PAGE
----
Like Burke, Thatcher had a vision of a social order in which individual and society were melded harmoniously together. She never understood that this vision was incompatible with the economic ethos she preached. This isn’t because that ethos promoted selfishness, as has so often been asserted. What Thatcher did was subtler and more enduring in its effects. By insisting that economic progress must come before anything else, she turned social institutions into more or less efficient means of achieving whatever is presently desired. Institutions ceased to be places in which people could find meaning and became mere tools. The result is the situation that exists today in Britain, where no institution is “fit for purpose”.

Unwittingly, Thatcher practised a revolutionary mode of politics of the kind Burke derided. At the same time, she came to see the settlement she put in place as a chapter in a Burkean grand narrative of liberty. Unsurprisingly, this settlement has now collapsed. The contradictions of conservatism are inherent in Burke’s thinking and looking back to this over-praised worthy won’t help anyone discern the way ahead.

John Gray is the New Statesman’s lead reviewer. His latest book is “The Silence of Animals: on Progress and Other Modern Sceptic: Michael Oakeshott in Cambridge Myths” (Allen Lane, £18.99)

Warren Hastings, the Governor General of India, under attack from Edmund Burke shooting at Hasting's shield. Photo by Hulton Archive/Getty Images

John Gray is the New Statesman’s lead book reviewer. His latest book is The Soul of the Marionette: A Short Enquiry into Human Freedom.

This article first appeared in the 13 May 2013 issue of the New Statesman, Eton Mess

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Theresa May gambles that the EU will blink first

In her Brexit speech, the Prime Minister raised the stakes by declaring that "no deal for Britain is better than a bad deal for Britain".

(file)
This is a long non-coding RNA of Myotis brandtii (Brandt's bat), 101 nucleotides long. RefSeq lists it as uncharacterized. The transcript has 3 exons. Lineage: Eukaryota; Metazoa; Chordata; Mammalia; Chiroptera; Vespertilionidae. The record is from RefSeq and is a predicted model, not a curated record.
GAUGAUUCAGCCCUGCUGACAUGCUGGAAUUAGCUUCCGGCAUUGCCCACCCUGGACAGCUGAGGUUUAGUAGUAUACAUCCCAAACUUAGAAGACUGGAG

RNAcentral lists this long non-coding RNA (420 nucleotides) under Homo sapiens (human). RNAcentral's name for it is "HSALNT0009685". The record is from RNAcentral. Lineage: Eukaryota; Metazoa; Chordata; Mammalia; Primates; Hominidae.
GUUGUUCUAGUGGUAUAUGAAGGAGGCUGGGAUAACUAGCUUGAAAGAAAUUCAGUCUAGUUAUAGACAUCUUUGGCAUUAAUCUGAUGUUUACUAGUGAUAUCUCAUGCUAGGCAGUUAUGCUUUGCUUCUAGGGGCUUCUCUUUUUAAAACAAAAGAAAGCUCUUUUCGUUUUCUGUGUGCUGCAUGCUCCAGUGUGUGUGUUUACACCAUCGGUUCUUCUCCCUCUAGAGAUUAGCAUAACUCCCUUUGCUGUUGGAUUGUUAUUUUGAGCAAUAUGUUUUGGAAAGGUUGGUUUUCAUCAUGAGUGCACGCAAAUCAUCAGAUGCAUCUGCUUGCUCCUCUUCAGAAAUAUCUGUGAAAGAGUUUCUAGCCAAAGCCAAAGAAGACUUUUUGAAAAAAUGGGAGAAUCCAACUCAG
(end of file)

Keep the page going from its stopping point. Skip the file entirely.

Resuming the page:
It was at Lancaster House in 1988 that Margaret Thatcher delivered a speech heralding British membership of the single market. Twenty eight years later, at the same venue, Theresa May confirmed the UK’s retreat.

As had been clear ever since her Brexit speech in October, May recognises that her primary objective of controlling immigration is incompatible with continued membership. Inside the single market, she noted, the UK would still have to accept free movement and the rulings of the European Court of Justice (ECJ). “It would to all intents and purposes mean not leaving the EU at all,” May surmised.

The Prime Minister also confirmed, as anticipated, that the UK would no longer remain a full member of the Customs Union. “We want to get out into the wider world, to trade and do business all around the globe,” May declared.

But she also recognises that a substantial proportion of this will continue to be with Europe (the destination for half of current UK exports). Her ambition, she declared, was “a new, comprehensive, bold and ambitious Free Trade Agreement”. May added that she wanted either “a completely new customs agreement” or associate membership of the Customs Union.

Though the Prime Minister has long ruled out free movement and the acceptance of ECJ jurisdiction, she has not pledged to end budget contributions. But in her speech she diminished this potential concession, warning that the days when the UK provided “vast” amounts were over.

Having signalled what she wanted to take from the EU, what did May have to give? She struck a notably more conciliatory tone, emphasising that it was “overwhelmingly and compellingly in Britain’s national interest that the EU should succeed”. The day after Donald Trump gleefully predicted the institution’s demise, her words were in marked contrast to those of the president-elect.

In an age of Isis and Russian revanchism, May also emphasised the UK’s “unique intelligence capabilities” which would help to keep “people in Europe safe from terrorism”. She added: “At a time when there is growing concern about European security, Britain’s servicemen and women, based in European countries including Estonia, Poland and Romania, will continue to do their duty. We are leaving the European Union, but we are not leaving Europe.”

The EU’s defining political objective is to ensure that others do not follow the UK out of the club. The rise of nationalists such as Marine Le Pen, Alternative für Deutschland and the Dutch Partij voor de Vrijheid (Party for Freedom) has made Europe less, rather than more, amenable to British demands. In this hazardous climate, the UK cannot be seen to enjoy a cost-free Brexit.

May’s wager is that the price will not be excessive. She warned that a “punitive deal that punishes Britain” would be “an act of calamitous self-harm”. But as Greece can testify, economic self-interest does not always trump politics.

Unlike David Cameron, however, who merely stated that he “ruled nothing out” during his EU renegotiation, May signalled that she was prepared to walk away. “No deal for Britain is better than a bad deal for Britain,” she declared. Such an outcome would prove economically calamitous for the UK, forcing it to accept punitively high tariffs. But in this face-off, May’s gamble is that Brussels will blink first.

George Eaton is political editor of the New Statesman.